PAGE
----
wisteria hysteria comme des garcons stephen jones nathalie feisthauer

Familiar/Strange: Wisteria Hysteria – Comme des Garcons x Stephen Jones

Comme des Garcons has a number of scent collaborations under its belt: ranging from Daphne Guinness, Monocle Magazine, artek, Undercover, the recent Serpentine Galleries launch and soon Pharell’s “Girl”.

wisteria hysteria comme des garcons stephen jones nathalie feisthauer

The previous Comme des Garcons and Stephen Jones collaboration  was an exciting and confusing fragrance: searing aldehydes, charred violets, hot mineral facets, powder, spices and woods. Wisteria Hysteria, created by Nathalie Feisthauer, is the second chapter, and is the antithesis to the original fragrance.

Aldehydes of the clear, white, waxy variety present themselves alongside a stark white rose bouquet – carnation and wisteria are named in the notes list, and there is the vague peppery sensation present suggesting them. A whisper of sweetness runs throughout, and the perfectly rounded, seamlessly arranged resinous base, ice-creamy benzoin stands against silvery incense, and rendered starchy clean by a gigantic dose of laundry musks. Orbiting around the entirety of the fragrance is a faint dustiness. The notes have all been bleached of their colour, immersed in a flash freeze and have been left cold: a sensation reminiscent of freon gas filling a whitewashed room.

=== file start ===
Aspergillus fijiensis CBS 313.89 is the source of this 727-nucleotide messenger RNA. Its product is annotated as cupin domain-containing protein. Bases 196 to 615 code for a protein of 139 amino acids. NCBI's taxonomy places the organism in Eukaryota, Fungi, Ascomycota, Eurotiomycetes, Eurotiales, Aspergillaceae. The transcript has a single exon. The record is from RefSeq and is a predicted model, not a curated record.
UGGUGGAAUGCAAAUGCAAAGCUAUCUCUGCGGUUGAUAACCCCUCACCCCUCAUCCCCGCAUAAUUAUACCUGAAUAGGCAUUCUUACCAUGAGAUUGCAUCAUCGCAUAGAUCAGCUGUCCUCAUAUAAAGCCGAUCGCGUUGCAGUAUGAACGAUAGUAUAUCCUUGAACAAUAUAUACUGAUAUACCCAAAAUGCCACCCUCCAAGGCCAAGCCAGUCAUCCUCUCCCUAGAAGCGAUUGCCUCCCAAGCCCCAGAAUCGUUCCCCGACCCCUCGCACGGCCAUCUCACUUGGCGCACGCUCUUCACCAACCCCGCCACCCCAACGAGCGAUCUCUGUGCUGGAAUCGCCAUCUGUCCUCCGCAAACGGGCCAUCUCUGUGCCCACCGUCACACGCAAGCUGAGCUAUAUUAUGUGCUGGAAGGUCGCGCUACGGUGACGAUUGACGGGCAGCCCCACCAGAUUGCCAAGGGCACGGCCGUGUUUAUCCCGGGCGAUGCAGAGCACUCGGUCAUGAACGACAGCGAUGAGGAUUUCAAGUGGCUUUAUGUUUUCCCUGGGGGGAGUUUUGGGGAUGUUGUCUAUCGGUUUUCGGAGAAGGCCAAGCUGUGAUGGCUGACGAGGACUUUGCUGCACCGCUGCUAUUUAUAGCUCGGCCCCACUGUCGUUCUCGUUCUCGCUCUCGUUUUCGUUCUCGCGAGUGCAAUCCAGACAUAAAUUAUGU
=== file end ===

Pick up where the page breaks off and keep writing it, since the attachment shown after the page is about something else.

It’s a pretty, delicate and fragile fragrance, that is both surreal and unreal. As the original was described as a “violet struck by a meteorite”, I would suggest that Wisteria Hysteria is an alien bouquet caught in the rings of Saturn, endlessly lost in the vacuum of space. That, or this is what minimalist apartments should smell like.

I look forward to CdG and Stephen Jones continued collaboration, and hope that the next chapter is just as audacious and exciting as the first two. They can take another 6 years if they need to.

Comparable fragrances to sniff out: Aldehyde 44 by Le Labo, Iperborea by Lorenzo Villoresi, No. 5 Eau Premiere by Chanel, and L’Eau Froide by Serge Lutens.

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